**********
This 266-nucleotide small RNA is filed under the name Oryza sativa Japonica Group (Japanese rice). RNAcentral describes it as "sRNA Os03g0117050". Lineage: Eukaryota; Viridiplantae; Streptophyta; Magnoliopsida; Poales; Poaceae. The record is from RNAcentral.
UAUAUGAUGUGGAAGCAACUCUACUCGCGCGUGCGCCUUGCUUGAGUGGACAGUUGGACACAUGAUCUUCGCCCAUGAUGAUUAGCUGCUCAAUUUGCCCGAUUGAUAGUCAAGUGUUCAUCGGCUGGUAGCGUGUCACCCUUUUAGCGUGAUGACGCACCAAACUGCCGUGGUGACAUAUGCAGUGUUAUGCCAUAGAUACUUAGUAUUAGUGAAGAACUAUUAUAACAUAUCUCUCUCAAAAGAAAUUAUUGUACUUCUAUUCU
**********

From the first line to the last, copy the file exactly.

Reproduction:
This 266-nucleotide small RNA is filed under the name Oryza sativa Japonica Group (Japanese rice). RNAcentral describes it as "sRNA Os03g0117050". Lineage: Eukaryota; Viridiplantae; Streptophyta; Magnoliopsida; Poales; Poaceae. The record is from RNAcentral.
UAUAUGAUGUGGAAGCAACUCUACUCGCGCGUGCGCCUUGCUUGAGUGGACAGUUGGACACAUGAUCUUCGCCCAUGAUGAUUAGCUGCUCAAUUUGCCCGAUUGAUAGUCAAGUGUUCAUCGGCUGGUAGCGUGUCACCCUUUUAGCGUGAUGACGCACCAAACUGCCGUGGUGACAUAUGCAGUGUUAUGCCAUAGAUACUUAGUAUUAGUGAAGAACUAUUAUAACAUAUCUCUCUCAAAAGAAAUUAUUGUACUUCUAUUCU